Scottish Fold – Cat Breeds

by catfood

The Scottish Fold cat evolved spontaneously in farm cats in Scotland. Crosses to British Shorthair and domestic cats in Scotland and England helped to form the breed. The outcross in America is the American and British Shorthair. Susie is the ancestor of all true Scottish Fold cats.



Scottish Folds are often bright, good-natured, soft-spoken, and adaptable to new people and situations. They are devoted to a single member of the household. While they normally allow others to touch and pet them, their primary attachment is instantly apparent as they single out their preferred human. They thrive on attention, but only on their terms. Despite their love, they are not clinging or demanding cats, preferring to be close to you rather than on your lap. They like a nice game of catnip mouse every now and then, and they retain their playful side well into adulthood.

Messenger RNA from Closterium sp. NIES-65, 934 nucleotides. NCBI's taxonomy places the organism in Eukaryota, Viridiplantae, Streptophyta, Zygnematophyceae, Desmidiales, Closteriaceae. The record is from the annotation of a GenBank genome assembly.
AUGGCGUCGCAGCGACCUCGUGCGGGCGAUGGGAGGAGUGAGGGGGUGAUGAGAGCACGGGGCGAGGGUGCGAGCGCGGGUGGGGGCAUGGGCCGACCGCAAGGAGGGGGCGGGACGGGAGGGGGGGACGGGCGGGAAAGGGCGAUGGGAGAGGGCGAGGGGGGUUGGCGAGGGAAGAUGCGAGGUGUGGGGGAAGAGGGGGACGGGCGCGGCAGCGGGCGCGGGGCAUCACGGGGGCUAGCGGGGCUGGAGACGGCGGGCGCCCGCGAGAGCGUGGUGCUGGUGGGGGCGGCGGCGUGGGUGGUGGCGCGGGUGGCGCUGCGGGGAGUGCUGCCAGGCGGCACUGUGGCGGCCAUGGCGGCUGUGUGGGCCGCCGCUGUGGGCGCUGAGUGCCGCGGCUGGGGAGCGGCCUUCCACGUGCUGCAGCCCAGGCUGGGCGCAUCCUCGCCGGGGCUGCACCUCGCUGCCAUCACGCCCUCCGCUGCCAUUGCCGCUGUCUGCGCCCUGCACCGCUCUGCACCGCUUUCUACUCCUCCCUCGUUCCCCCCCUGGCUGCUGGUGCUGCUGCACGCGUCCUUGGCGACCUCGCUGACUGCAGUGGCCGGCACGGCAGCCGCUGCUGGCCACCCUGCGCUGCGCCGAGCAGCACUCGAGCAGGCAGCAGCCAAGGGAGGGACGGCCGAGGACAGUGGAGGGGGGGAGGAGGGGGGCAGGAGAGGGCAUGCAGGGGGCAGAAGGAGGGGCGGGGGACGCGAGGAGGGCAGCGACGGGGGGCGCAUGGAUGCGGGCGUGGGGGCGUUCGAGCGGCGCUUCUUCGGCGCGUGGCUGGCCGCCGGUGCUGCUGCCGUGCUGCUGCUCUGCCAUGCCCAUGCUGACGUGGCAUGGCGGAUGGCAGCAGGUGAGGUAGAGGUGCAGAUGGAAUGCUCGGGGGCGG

The Fold’s ears, despite being folded, are nonetheless expressive and swivel to listen, lay back in anger, and prick up when a can of food is opened. When the cat is unhappy or ill, the ear fold may become less apparent. Although some Fold family members notice increased wax accumulation in their cats’ ears, folded ears do not make the cat more prone to mites or ear infections. The previously documented deafness susceptibility may be due to the fact that some early Scottcan beh Folds were white, and white cats can be prone to a kind of deafness unrelated to the Fold gene.

The length ranges from short to medium-short.